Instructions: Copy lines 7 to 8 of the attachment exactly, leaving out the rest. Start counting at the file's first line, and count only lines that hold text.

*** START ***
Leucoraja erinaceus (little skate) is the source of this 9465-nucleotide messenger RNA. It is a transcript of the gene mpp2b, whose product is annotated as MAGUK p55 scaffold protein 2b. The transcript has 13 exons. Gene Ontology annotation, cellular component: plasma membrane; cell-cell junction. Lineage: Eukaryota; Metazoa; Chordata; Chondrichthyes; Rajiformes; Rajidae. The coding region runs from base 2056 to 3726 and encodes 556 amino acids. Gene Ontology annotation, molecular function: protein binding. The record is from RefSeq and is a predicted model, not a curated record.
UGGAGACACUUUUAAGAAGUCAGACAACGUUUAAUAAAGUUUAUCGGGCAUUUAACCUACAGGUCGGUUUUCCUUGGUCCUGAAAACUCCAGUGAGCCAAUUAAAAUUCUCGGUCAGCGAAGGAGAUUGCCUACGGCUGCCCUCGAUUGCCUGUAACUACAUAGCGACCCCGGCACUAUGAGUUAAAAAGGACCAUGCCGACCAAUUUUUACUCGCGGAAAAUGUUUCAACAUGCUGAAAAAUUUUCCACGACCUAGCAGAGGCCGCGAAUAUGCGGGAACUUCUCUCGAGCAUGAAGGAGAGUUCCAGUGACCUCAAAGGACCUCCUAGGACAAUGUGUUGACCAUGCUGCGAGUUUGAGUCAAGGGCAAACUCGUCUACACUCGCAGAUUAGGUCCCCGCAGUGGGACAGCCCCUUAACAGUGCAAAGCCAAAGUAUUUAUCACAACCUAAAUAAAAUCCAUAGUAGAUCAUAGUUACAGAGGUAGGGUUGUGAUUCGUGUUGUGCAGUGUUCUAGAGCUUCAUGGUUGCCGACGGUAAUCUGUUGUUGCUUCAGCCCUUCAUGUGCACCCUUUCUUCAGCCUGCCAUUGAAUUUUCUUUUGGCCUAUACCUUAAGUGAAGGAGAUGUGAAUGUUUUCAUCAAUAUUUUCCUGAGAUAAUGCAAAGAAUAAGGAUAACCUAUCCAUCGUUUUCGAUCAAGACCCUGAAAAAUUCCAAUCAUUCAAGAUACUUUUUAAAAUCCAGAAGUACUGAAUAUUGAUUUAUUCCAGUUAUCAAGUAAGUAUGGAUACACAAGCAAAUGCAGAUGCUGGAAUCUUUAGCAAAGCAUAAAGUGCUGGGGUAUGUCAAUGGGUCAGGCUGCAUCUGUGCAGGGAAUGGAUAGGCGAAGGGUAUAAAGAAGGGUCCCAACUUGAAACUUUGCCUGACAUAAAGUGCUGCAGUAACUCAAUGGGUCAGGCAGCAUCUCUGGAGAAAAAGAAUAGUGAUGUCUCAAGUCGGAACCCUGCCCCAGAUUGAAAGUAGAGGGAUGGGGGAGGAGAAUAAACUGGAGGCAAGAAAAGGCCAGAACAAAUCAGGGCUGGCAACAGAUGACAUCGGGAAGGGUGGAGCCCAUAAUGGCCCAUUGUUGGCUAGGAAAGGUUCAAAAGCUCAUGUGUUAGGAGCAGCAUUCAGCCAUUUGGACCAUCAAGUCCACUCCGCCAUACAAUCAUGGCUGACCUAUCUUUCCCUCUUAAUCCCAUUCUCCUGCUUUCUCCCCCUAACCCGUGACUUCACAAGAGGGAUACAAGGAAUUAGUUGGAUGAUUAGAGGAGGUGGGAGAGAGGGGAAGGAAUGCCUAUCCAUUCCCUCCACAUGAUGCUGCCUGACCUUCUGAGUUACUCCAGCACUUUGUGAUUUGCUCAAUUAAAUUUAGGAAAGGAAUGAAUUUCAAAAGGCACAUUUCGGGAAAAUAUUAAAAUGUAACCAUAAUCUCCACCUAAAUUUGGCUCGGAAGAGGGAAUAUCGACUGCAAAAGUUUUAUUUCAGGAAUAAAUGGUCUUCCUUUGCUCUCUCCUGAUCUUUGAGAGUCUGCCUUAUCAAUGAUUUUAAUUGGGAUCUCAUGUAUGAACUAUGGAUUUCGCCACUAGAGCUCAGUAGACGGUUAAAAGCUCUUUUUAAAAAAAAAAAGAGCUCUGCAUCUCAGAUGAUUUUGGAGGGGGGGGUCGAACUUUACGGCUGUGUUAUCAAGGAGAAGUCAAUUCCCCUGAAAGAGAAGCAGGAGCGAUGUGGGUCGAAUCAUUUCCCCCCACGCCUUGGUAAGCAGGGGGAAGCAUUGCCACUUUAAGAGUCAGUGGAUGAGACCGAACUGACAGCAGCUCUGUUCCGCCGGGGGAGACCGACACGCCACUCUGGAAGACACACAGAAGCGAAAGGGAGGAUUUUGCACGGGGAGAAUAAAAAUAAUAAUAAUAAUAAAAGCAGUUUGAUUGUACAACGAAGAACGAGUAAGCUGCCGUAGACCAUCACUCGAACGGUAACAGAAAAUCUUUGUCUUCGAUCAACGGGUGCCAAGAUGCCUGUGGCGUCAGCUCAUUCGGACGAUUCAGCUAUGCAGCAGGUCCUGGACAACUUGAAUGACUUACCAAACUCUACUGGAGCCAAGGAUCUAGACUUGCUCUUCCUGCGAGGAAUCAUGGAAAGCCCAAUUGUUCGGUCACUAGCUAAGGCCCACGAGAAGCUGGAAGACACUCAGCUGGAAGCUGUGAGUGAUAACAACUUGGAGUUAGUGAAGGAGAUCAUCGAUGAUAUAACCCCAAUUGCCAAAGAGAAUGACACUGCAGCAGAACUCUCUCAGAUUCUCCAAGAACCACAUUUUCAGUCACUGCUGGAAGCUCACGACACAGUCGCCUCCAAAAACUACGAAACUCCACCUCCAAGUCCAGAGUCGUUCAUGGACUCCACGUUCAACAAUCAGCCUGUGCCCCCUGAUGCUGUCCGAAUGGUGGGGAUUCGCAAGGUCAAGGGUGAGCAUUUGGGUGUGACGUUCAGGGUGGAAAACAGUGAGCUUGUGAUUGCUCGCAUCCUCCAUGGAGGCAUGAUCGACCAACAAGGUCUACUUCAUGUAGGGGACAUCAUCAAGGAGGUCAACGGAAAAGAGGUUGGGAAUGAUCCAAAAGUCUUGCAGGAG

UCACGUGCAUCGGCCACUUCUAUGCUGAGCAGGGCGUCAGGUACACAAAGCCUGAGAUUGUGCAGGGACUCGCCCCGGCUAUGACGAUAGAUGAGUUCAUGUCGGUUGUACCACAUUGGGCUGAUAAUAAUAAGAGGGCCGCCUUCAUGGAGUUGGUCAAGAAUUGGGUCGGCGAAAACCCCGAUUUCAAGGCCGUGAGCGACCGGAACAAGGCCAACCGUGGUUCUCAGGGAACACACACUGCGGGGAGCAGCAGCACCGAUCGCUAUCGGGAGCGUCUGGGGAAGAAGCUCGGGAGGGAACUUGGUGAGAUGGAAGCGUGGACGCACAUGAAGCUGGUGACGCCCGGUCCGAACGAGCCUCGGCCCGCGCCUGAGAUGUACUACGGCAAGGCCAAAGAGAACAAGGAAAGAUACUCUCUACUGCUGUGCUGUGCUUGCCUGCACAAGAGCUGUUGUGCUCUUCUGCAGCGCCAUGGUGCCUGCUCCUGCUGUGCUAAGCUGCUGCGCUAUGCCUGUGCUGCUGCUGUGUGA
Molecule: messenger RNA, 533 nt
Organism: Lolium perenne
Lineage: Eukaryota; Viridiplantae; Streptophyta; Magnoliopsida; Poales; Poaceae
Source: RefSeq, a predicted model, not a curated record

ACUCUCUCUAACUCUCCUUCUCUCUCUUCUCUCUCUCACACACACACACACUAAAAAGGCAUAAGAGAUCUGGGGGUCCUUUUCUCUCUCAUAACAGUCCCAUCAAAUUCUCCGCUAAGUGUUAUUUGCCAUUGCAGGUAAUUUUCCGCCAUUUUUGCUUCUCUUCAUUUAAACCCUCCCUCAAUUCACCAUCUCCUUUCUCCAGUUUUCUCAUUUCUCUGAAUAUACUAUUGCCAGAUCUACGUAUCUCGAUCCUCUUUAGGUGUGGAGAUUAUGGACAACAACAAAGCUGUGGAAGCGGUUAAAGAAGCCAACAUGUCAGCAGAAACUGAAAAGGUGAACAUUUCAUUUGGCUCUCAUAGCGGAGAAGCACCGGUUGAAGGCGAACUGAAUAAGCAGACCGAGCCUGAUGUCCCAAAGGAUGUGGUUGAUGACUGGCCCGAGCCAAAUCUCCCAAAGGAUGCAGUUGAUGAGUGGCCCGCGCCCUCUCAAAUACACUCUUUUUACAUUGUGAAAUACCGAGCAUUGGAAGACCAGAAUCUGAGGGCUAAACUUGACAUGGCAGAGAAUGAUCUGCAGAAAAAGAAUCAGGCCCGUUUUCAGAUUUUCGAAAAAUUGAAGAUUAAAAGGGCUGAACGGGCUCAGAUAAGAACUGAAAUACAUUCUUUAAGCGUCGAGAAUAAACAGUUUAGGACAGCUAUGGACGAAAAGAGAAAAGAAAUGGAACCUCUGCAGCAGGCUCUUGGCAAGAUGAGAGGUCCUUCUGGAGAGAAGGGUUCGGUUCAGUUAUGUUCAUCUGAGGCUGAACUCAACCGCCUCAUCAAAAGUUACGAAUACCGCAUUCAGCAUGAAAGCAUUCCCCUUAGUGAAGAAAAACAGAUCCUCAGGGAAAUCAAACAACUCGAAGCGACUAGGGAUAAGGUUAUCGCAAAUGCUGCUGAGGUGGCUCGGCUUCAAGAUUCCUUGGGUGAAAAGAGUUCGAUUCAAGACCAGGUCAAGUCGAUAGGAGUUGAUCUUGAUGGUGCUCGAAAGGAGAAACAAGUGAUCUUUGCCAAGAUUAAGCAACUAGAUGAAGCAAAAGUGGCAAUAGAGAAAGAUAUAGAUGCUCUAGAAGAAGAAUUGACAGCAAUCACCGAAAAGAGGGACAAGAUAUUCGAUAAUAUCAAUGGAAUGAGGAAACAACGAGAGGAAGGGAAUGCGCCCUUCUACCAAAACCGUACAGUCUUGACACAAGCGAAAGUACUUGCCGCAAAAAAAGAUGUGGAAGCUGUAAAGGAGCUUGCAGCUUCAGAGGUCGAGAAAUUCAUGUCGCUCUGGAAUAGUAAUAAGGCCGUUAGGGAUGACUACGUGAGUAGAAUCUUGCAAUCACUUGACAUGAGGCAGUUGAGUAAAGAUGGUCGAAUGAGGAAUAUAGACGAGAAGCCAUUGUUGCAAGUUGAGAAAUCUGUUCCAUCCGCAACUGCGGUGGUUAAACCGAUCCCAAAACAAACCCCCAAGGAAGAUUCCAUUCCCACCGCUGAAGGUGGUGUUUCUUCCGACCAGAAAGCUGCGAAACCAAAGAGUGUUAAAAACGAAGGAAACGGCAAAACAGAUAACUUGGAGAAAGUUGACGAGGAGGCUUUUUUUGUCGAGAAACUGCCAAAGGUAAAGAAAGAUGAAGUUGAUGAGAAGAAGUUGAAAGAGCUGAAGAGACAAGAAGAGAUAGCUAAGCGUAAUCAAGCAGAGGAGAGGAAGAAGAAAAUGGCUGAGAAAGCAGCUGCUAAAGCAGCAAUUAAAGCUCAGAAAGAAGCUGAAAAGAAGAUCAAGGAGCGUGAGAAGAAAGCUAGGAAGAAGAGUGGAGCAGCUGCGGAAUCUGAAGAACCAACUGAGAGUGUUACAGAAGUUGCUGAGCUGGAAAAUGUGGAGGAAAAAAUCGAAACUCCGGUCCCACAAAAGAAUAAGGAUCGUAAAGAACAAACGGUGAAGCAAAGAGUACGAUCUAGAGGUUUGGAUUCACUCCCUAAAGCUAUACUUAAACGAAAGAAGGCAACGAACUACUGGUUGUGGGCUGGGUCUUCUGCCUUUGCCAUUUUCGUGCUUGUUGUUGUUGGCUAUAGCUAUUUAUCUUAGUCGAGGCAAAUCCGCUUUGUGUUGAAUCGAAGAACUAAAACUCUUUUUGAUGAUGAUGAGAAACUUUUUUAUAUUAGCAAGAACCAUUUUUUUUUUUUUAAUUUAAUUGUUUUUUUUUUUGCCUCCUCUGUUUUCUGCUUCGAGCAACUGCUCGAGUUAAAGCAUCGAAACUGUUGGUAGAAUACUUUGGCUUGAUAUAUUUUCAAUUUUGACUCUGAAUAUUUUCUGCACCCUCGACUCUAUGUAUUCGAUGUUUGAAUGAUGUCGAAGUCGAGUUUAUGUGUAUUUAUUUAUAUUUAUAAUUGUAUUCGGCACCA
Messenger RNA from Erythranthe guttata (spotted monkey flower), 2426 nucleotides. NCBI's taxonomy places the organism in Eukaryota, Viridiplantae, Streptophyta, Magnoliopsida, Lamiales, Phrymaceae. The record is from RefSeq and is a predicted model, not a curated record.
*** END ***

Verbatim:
Source: RefSeq, a predicted model, not a curated record

ACUCUCUCUAACUCUCCUUCUCUCUCUUCUCUCUCUCACACACACACACACUAAAAAGGCAUAAGAGAUCUGGGGGUCCUUUUCUCUCUCAUAACAGUCCCAUCAAAUUCUCCGCUAAGUGUUAUUUGCCAUUGCAGGUAAUUUUCCGCCAUUUUUGCUUCUCUUCAUUUAAACCCUCCCUCAAUUCACCAUCUCCUUUCUCCAGUUUUCUCAUUUCUCUGAAUAUACUAUUGCCAGAUCUACGUAUCUCGAUCCUCUUUAGGUGUGGAGAUUAUGGACAACAACAAAGCUGUGGAAGCGGUUAAAGAAGCCAACAUGUCAGCAGAAACUGAAAAGGUGAACAUUUCAUUUGGCUCUCAUAGCGGAGAAGCACCGGUUGAAGGCGAACUGAAUAAGCAGACCGAGCCUGAUGUCCCAAAGGAUGUGGUUGAUGACUGGCCCGAGCCAAAUCUCCCAAAGGAUGCAGUUGAUGAGUGGCCCGCGCCCUCUCAAAUACACUCUUUUUACAUUGUGAAAUACCGAGCAUUGGAAGACCAGAAUCUGAGGGCUAAACUUGACAUGGCAGAGAAUGAUCUGCAGAAAAAGAAUCAGGCCCGUUUUCAGAUUUUCGAAAAAUUGAAGAUUAAAAGGGCUGAACGGGCUCAGAUAAGAACUGAAAUACAUUCUUUAAGCGUCGAGAAUAAACAGUUUAGGACAGCUAUGGACGAAAAGAGAAAAGAAAUGGAACCUCUGCAGCAGGCUCUUGGCAAGAUGAGAGGUCCUUCUGGAGAGAAGGGUUCGGUUCAGUUAUGUUCAUCUGAGGCUGAACUCAACCGCCUCAUCAAAAGUUACGAAUACCGCAUUCAGCAUGAAAGCAUUCCCCUUAGUGAAGAAAAACAGAUCCUCAGGGAAAUCAAACAACUCGAAGCGACUAGGGAUAAGGUUAUCGCAAAUGCUGCUGAGGUGGCUCGGCUUCAAGAUUCCUUGGGUGAAAAGAGUUCGAUUCAAGACCAGGUCAAGUCGAUAGGAGUUGAUCUUGAUGGUGCUCGAAAGGAGAAACAAGUGAUCUUUGCCAAGAUUAAGCAACUAGAUGAAGCAAAAGUGGCAAUAGAGAAAGAUAUAGAUGCUCUAGAAGAAGAAUUGACAGCAAUCACCGAAAAGAGGGACAAGAUAUUCGAUAAUAUCAAUGGAAUGAGGAAACAACGAGAGGAAGGGAAUGCGCCCUUCUACCAAAACCGUACAGUCUUGACACAAGCGAAAGUACUUGCCGCAAAAAAAGAUGUGGAAGCUGUAAAGGAGCUUGCAGCUUCAGAGGUCGAGAAAUUCAUGUCGCUCUGGAAUAGUAAUAAGGCCGUUAGGGAUGACUACGUGAGUAGAAUCUUGCAAUCACUUGACAUGAGGCAGUUGAGUAAAGAUGGUCGAAUGAGGAAUAUAGACGAGAAGCCAUUGUUGCAAGUUGAGAAAUCUGUUCCAUCCGCAACUGCGGUGGUUAAACCGAUCCCAAAACAAACCCCCAAGGAAGAUUCCAUUCCCACCGCUGAAGGUGGUGUUUCUUCCGACCAGAAAGCUGCGAAACCAAAGAGUGUUAAAAACGAAGGAAACGGCAAAACAGAUAACUUGGAGAAAGUUGACGAGGAGGCUUUUUUUGUCGAGAAACUGCCAAAGGUAAAGAAAGAUGAAGUUGAUGAGAAGAAGUUGAAAGAGCUGAAGAGACAAGAAGAGAUAGCUAAGCGUAAUCAAGCAGAGGAGAGGAAGAAGAAAAUGGCUGAGAAAGCAGCUGCUAAAGCAGCAAUUAAAGCUCAGAAAGAAGCUGAAAAGAAGAUCAAGGAGCGUGAGAAGAAAGCUAGGAAGAAGAGUGGAGCAGCUGCGGAAUCUGAAGAACCAACUGAGAGUGUUACAGAAGUUGCUGAGCUGGAAAAUGUGGAGGAAAAAAUCGAAACUCCGGUCCCACAAAAGAAUAAGGAUCGUAAAGAACAAACGGUGAAGCAAAGAGUACGAUCUAGAGGUUUGGAUUCACUCCCUAAAGCUAUACUUAAACGAAAGAAGGCAACGAACUACUGGUUGUGGGCUGGGUCUUCUGCCUUUGCCAUUUUCGUGCUUGUUGUUGUUGGCUAUAGCUAUUUAUCUUAGUCGAGGCAAAUCCGCUUUGUGUUGAAUCGAAGAACUAAAACUCUUUUUGAUGAUGAUGAGAAACUUUUUUAUAUUAGCAAGAACCAUUUUUUUUUUUUUAAUUUAAUUGUUUUUUUUUUUGCCUCCUCUGUUUUCUGCUUCGAGCAACUGCUCGAGUUAAAGCAUCGAAACUGUUGGUAGAAUACUUUGGCUUGAUAUAUUUUCAAUUUUGACUCUGAAUAUUUUCUGCACCCUCGACUCUAUGUAUUCGAUGUUUGAAUGAUGUCGAAGUCGAGUUUAUGUGUAUUUAUUUAUAUUUAUAAUUGUAUUCGGCACCA